6 takeaways from Colorado’s only televised U.S. Senate debate

6 takeaways from Colorado’s only televised U.S. Senate debate

Incumbent Democratic U.S. Sen. Michael Bennet and Republican Darryl Glenn faced off Tuesday evening in downtown Denver for their only scheduled televised debate in the race.

The two battled on a decorated soundstage on the first floor of the History Colorado museum. KUSA 9News anchor Kyle Clark and political reporter Brandon Rittiman moderated the debate, which was often nearly drowned out by protesters outside.  

Here are some takeaways:


1. Darryl Glenn would not clarify his stance on Donald Trump

Right off the bat, moderator Kyle Clark grilled Glenn about his waffling over support for the Republican presidential nominee.

“What you saw on Sunday, you saw an individual who actually made an apology,” Glenn said, adding that he wants to meet with Donald Trump to find out what’s in his heart. After that conversation, Glenn said, he would make a decision about whether or not he’ll support him.

Glenn jumped off the Trump train Saturday after leaked recordings emerged of Trump making demeaning comments about women. But after Sunday’s presidential debate, Glenn backpedaled, saying he might still support him.

During the debate he would not say where he stood on his support for Trump beyond saying, “I have absolutely suspended my endorsement of Donald Trump.”


2. Bennet said he doesn’t know what open borders are

Asked about leaked emails in which Hillary Clinton shared her dream of open trade and open borders, Bennet said he hadn’t read them.

“I don’t know what that means,” he said twice when asked if he agreed with Clinton about open borders. Instead he spun his answer to his work on federal immigration policy as a member of the so-called Gang of Eight U.S. senators who wrote a comprehensive immigration reform bill that never passed.

As a lawyer with an Ivy league education, Bennet should know what the phrase “open borders” means, Glenn said. “We all know what common language is, ladies and gentlemen.”


3. Glenn backtracked on support for a religious test to enter the U.S.

“I think that’s overly broad,” Glenn said when asked if he supports a ban on people of certain religions from entering the country— a reversal of previous statements he has made in support of Trump’s policy on Muslims coming to the U.S. “I do not support blanket bans,”

Bennet said he thought it was “awesome” Glenn said that since his position seems to have changed.


4. Bennet said he has voted for a Republican

He wouldn’t say who it was, though. “I think who I voted for is my business, but, yeah, I voted for a Republican,” Bennet said when asked if he ever had.


5. They both agreed Colorado voters shouldn’t be allowed to ban fracking in their communities

Some common ground: Bennet and Glenn both told the moderators they do not believe in allowing cities and municipalities to ban hydraulic fracturing for natural gas even if local voters approve such bans at the ballot box.

Colorado used to allow that until the oil and gas industry sued two cities for doing so. The Colorado Supreme Court ruled localities don’t have the power to ban fracking. Grassroots anti-fracking groups tried to put the issue on the statewide ballot for voters this year to decide, but were unsuccessful.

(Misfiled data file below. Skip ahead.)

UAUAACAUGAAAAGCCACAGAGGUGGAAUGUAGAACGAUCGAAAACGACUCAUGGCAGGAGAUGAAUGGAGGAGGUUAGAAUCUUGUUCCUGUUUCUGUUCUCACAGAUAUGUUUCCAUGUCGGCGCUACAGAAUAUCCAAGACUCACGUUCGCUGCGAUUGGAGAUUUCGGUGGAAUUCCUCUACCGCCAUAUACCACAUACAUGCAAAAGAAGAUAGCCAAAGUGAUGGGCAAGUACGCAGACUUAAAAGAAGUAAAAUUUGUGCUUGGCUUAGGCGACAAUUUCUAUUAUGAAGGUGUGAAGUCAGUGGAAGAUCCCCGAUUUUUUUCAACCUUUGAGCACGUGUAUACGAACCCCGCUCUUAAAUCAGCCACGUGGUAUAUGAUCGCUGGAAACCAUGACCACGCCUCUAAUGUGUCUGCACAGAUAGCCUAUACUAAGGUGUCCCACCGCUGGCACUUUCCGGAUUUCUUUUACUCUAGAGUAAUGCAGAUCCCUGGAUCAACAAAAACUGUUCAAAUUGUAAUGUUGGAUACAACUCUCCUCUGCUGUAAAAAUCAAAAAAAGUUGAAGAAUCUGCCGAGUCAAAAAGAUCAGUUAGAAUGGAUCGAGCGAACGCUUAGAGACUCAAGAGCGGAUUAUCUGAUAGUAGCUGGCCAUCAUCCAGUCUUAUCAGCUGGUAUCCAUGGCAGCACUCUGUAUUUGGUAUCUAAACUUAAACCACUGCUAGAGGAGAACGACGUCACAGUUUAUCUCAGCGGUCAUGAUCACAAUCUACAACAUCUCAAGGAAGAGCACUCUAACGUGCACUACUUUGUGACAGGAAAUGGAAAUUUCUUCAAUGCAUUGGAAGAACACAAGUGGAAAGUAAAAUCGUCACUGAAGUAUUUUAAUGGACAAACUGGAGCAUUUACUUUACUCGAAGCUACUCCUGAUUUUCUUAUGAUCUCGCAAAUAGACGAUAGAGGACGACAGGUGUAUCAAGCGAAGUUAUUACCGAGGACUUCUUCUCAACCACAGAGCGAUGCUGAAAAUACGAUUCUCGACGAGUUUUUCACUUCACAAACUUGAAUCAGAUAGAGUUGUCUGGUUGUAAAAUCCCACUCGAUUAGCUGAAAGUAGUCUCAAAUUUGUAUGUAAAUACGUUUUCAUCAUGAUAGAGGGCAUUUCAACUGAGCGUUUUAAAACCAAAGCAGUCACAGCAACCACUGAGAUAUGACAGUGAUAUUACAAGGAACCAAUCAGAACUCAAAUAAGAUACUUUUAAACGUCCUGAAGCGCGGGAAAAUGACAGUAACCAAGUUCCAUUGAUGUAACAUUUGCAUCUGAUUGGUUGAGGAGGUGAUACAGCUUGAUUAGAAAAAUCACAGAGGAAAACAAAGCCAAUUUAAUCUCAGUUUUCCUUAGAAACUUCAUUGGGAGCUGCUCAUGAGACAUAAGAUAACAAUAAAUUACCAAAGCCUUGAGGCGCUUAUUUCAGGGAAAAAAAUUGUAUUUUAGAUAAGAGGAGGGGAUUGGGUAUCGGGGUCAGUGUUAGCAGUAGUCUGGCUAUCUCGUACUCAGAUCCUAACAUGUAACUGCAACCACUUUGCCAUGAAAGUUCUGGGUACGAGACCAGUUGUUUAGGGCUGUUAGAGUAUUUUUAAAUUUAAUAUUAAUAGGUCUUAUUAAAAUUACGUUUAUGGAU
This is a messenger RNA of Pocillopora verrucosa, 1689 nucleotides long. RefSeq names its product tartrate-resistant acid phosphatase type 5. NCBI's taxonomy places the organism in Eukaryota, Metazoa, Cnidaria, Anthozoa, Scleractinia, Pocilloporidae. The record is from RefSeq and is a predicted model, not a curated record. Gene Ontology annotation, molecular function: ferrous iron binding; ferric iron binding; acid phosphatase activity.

6. Green Party protesters disrupted the debate

Flanked by a throng of city cops, more than a dozen Green Party activists loudly disrupted the live televised debate, pounding on the glass walls of the museum and chanting “open the debate” so loudly the moderators had to address it. Leading the protest was Colorado’s Green Party candidate for U.S. Senate, Arn Menconi.

About 10 minutes in, the demonstration forced the debate’s moderators to acknowledge it live on the air. Following a portion of the debate about Glenn’s opposition to President Barack Obama’s Trans-Pacific Partnership global trade agreement, Clark paused to face the camera.

“What folks are hearing at home that sounds like a very spirited drum circle are protesters who are beating on the outside of the building,” he said. “We assume that they’re probably in support of one of the half-dozen minor party or unaffiliated or write-in candidates who are also in this race but are not on the debate stage tonight.”

Clark said 9News, Denver’s local NBC affiliate, uses a 10 percent threshold from two polls of the station’s choosing to decide who gets to participate in their debates. “Some folks are exercising free speech outside by using the building as a bass drum,” Clark said.

Both candidates agreed it was their First Amendment right to protest.

There will be other non-major party names on this year’s ballot, too. Beyond Menconi, the the ballot will include Libertarian Lily Tang Williams, Unity Party candidate Bill Hammons and unaffiliated candidates Paul Fiorino and Dan Chapin. Write-in candidate Don Willoughby is also running.

You can watch a recent debate in Pueblo among Menconi, Fiorino, Chapin and Willoughby here.

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About the Author

Corey Hutchins

is a journalist in Colorado, and Columbia Journalism Review's Rocky Mountain correspondent for the United States Project. Follow him on Twitter @CoreyHutchins and email him at CoreyHutchins [at] gmail [dot] com.


  1. JohninDenver on said:

    “Open borders” means different things to different people. Bennet is wily enough to recognize that and use the ambiguity to avoid answering. In a 60 minute debate, there’s no time for follow-up.

    Depending on the definition, even Paul Ryan DOES or DOES NOT favor “open borders.”

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